Workers recently discovered that more than a quarter of the bolts holding the core former and core baffle plates together inside the Unit 2 reactor vessel at Indian Point in Buchanan, New York were degraded and required replacement. The bolts had not been routinely inspected since the reactor began operating in the mid-1970s. And the bolts may not have been inspected this year but for the efforts of the state of New York.
Degraded bolts could have serious nuclear safety consequences. The bolts hold together metal plates that direct cooling water flow through the reactor core. Degraded bolts could allow plates to gap or even separate, providing pathways for water to bypass the reactor core, potentially leading to a meltdown.
What led to this important inspection?
Indian Point’s owner applied to the U.S. Nuclear Regulatory Commission (NRC) in 2007 for a 20-year renewal of the operating licenses for the Unit 2 and 3 reactors. The state of New York, through the Office of the Attorney General, intervened. Among other things, New York contended that the aging management program for the reactor vessels and their internal components (including the bolts) was inadequate. The owner and the NRC initially disagreed with New York, contending that existing inspection programs were sufficient.
New York defended its contention during the license renewal proceeding before a three-person Atomic Safety and Licensing Board formed by the NRC. The proceeding is ongoing, but New York’s defense was so compelling that in July 2010, the owner sent the NRC an amendment to its license renewal application committing to inspect the reactor vessels and their internal components using a standard developed by the Electric Power Research Institute (EPRI). Workers using this EPRI standard inspected the former-baffle bolts on Unit 2 last month and discovered significant degradation.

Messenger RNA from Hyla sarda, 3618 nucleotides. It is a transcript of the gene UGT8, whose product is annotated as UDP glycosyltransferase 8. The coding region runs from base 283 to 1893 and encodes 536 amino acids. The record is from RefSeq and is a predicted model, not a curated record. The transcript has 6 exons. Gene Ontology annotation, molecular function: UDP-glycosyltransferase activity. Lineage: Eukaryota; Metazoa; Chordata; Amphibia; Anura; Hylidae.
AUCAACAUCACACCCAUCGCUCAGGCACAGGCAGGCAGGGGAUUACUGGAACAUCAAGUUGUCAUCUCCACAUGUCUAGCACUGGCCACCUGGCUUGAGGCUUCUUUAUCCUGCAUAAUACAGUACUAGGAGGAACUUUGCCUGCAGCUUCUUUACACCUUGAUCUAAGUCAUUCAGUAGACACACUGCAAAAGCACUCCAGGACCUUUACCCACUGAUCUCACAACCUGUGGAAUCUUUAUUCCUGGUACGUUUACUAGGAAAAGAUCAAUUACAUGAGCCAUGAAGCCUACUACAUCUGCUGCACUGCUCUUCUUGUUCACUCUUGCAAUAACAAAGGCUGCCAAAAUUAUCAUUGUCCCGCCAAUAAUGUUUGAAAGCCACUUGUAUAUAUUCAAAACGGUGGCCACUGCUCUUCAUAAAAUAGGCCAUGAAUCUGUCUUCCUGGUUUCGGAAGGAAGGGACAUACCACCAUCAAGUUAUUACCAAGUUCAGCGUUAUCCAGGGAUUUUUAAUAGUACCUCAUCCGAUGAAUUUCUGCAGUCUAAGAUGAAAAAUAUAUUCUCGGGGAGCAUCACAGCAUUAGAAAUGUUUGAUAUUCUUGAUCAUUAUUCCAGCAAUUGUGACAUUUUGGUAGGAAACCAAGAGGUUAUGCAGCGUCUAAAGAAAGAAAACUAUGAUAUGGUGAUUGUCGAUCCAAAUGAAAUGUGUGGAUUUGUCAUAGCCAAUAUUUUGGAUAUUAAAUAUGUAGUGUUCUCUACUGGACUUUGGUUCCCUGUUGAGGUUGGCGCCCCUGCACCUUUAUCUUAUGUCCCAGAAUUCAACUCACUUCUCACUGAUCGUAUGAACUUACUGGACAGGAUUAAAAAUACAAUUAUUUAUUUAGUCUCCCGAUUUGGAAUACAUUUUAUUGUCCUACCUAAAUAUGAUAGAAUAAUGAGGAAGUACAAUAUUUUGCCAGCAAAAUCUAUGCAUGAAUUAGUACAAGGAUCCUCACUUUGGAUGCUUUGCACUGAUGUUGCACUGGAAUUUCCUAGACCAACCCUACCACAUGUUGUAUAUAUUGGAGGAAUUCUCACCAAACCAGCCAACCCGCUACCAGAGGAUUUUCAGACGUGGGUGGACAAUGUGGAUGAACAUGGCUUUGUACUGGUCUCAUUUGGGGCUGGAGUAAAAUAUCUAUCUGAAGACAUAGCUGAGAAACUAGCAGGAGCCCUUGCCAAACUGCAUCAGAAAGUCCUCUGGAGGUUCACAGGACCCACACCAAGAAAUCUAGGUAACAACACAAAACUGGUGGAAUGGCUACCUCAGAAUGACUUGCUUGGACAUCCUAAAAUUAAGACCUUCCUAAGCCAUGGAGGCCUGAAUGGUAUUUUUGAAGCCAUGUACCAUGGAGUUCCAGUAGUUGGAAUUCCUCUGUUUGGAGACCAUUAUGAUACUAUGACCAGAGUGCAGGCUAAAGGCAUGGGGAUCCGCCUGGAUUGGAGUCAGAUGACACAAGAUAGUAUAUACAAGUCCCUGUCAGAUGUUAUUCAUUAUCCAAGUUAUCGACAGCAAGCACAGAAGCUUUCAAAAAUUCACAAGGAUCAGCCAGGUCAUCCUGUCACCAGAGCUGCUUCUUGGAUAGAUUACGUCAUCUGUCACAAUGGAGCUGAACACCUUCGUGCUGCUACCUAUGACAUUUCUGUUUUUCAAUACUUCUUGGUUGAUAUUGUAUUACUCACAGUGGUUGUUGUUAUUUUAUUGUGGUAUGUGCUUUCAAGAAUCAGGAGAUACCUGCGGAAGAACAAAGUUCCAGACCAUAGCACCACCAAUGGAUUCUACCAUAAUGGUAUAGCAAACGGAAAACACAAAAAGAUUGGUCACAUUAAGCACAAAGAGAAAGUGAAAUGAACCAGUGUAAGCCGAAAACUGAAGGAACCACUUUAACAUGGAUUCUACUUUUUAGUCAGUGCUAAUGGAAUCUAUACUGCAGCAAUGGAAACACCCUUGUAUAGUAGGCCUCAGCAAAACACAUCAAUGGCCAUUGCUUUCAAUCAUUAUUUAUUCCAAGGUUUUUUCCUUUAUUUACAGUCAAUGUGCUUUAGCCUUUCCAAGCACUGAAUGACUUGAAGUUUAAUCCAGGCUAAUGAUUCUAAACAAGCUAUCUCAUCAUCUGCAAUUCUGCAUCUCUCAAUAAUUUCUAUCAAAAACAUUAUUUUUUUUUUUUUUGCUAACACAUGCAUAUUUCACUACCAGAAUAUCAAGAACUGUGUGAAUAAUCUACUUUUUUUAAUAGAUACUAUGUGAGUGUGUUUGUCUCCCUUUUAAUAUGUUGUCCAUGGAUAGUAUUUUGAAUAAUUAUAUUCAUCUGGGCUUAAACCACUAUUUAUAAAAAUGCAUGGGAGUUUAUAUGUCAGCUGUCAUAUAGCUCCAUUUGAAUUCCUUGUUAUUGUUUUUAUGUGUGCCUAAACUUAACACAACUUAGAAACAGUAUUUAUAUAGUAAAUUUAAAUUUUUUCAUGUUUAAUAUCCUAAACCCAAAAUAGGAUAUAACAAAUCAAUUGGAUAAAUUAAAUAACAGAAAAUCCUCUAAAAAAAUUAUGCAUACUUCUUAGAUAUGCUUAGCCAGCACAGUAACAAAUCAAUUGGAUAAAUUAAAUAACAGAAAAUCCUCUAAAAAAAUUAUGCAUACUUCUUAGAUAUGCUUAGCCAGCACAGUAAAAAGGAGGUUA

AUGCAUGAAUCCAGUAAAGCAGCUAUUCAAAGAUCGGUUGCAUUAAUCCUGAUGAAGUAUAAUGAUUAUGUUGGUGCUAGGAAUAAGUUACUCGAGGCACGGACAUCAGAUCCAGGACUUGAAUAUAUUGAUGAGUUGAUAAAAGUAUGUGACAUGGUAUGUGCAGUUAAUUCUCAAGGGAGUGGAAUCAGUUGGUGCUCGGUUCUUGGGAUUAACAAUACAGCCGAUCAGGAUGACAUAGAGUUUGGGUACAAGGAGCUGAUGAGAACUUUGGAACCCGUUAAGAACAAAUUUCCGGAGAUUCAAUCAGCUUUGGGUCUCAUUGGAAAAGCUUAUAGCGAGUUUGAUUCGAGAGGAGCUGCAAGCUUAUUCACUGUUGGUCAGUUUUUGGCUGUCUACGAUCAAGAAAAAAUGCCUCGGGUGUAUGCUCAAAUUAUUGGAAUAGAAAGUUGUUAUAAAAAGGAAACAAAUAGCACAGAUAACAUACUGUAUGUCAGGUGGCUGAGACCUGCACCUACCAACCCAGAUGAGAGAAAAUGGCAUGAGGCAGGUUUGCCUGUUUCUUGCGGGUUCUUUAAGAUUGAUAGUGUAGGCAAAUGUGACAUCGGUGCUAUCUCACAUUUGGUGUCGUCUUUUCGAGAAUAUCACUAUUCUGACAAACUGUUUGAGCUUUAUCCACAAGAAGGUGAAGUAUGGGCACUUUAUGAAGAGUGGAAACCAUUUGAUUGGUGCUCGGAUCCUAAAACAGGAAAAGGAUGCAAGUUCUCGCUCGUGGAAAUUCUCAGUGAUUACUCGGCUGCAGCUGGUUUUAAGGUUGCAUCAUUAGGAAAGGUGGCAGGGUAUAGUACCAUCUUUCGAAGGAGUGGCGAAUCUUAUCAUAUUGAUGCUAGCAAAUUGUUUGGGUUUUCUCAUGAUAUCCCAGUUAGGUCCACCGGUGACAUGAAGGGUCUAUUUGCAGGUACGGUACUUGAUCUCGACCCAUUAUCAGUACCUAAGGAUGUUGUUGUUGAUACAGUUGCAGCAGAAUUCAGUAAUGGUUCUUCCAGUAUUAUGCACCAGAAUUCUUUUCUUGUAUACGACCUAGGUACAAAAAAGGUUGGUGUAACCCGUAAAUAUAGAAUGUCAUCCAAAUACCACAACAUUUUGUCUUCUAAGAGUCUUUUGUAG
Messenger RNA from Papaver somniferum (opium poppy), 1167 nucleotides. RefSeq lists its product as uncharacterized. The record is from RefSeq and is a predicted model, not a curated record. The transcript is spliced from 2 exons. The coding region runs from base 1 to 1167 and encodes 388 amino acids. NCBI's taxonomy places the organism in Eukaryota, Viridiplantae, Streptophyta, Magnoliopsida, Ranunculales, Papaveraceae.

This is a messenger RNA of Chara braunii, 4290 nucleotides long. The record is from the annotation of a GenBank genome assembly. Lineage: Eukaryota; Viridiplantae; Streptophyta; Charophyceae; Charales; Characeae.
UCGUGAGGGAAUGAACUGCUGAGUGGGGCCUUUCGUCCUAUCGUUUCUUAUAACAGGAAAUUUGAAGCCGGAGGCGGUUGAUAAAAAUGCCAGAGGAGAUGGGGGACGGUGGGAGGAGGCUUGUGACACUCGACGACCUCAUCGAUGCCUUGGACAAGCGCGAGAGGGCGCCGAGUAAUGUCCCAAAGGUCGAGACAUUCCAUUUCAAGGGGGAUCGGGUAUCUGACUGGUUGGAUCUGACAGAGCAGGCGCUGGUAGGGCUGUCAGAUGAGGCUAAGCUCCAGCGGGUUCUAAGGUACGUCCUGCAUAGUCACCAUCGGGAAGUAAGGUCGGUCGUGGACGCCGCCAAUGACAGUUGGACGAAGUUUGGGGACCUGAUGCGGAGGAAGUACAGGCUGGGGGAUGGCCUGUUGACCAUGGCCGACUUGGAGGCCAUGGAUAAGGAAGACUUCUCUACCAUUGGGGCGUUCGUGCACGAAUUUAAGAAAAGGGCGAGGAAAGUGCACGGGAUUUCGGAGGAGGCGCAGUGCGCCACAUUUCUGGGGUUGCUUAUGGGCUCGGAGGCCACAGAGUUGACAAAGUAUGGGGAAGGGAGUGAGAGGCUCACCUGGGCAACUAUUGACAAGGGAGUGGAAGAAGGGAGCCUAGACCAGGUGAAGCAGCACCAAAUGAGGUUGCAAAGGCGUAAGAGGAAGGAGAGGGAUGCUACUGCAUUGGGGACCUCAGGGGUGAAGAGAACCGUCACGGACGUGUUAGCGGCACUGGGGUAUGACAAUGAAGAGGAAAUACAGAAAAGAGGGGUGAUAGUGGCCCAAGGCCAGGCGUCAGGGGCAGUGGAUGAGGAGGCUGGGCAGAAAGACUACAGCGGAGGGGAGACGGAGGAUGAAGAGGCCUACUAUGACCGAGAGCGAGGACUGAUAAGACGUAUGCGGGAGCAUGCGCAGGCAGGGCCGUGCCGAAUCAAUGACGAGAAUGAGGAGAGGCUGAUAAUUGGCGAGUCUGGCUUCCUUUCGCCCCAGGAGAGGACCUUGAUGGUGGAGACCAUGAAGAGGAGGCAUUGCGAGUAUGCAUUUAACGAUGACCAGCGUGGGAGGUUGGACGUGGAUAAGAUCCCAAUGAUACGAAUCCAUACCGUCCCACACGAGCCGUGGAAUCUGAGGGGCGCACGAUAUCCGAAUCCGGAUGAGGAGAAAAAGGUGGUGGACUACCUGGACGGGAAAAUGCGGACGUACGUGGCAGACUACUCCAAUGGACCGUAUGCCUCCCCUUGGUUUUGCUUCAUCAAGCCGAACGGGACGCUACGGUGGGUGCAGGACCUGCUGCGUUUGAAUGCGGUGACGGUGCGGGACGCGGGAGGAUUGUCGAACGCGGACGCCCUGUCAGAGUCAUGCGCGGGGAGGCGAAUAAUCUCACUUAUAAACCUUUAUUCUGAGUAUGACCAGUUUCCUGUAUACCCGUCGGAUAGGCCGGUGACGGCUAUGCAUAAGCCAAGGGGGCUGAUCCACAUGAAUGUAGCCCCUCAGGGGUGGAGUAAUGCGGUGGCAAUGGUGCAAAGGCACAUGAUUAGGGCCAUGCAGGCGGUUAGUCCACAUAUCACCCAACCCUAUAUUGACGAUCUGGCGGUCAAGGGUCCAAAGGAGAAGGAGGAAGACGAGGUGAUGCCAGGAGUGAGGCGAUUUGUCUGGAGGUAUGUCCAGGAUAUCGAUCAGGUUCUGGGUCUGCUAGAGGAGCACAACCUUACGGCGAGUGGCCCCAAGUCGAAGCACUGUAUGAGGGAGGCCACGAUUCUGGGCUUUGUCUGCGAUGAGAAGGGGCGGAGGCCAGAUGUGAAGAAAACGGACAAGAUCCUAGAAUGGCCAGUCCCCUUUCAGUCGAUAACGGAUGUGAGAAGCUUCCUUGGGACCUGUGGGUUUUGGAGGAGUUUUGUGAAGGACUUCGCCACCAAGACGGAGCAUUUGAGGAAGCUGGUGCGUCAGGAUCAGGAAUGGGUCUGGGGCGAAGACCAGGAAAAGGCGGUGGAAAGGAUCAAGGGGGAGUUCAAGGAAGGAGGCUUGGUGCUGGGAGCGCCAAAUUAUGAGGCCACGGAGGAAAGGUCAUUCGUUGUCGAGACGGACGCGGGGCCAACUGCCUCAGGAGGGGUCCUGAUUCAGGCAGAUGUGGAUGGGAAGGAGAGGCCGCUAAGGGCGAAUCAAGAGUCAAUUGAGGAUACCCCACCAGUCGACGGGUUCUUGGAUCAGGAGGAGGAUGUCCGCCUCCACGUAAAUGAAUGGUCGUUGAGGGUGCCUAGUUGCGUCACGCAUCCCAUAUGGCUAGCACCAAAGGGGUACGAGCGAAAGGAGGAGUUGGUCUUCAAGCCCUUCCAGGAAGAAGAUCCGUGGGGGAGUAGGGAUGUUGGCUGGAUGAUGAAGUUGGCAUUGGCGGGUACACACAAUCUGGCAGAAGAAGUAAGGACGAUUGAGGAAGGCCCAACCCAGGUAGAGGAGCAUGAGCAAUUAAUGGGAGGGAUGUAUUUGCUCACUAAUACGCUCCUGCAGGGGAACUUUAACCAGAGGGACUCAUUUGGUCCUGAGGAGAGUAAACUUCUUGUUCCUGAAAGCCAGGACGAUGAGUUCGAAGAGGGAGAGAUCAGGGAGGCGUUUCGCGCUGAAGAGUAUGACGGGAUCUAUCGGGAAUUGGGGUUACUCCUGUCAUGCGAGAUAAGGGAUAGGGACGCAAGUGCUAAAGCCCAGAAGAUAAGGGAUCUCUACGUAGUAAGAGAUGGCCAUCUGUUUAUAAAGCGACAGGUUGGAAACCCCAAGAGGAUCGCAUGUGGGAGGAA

The NRC also changed its tune. In July 2011, it notified owners of all other pressurized water reactors in the United States like those at Indian Point that they would have to follow the EPRI standard in the aging management of reactor vessels and their internal components. The NRC even required the reactors it had already relicensed to apply this EPRI standard.
I wrote a letter to Governor Andrew M. Cuomo and Attorney General Eric T. Schneiderman of New York expressing our appreciation for their efforts. Thanks to the state of New York, millions of Americans in New York and across the country will be better protected from the risk posed by aging nuclear power reactors. The inspections now required at all pressurized water reactors as a result of the New York’s efforts will help prevent degradation from leading to disaster.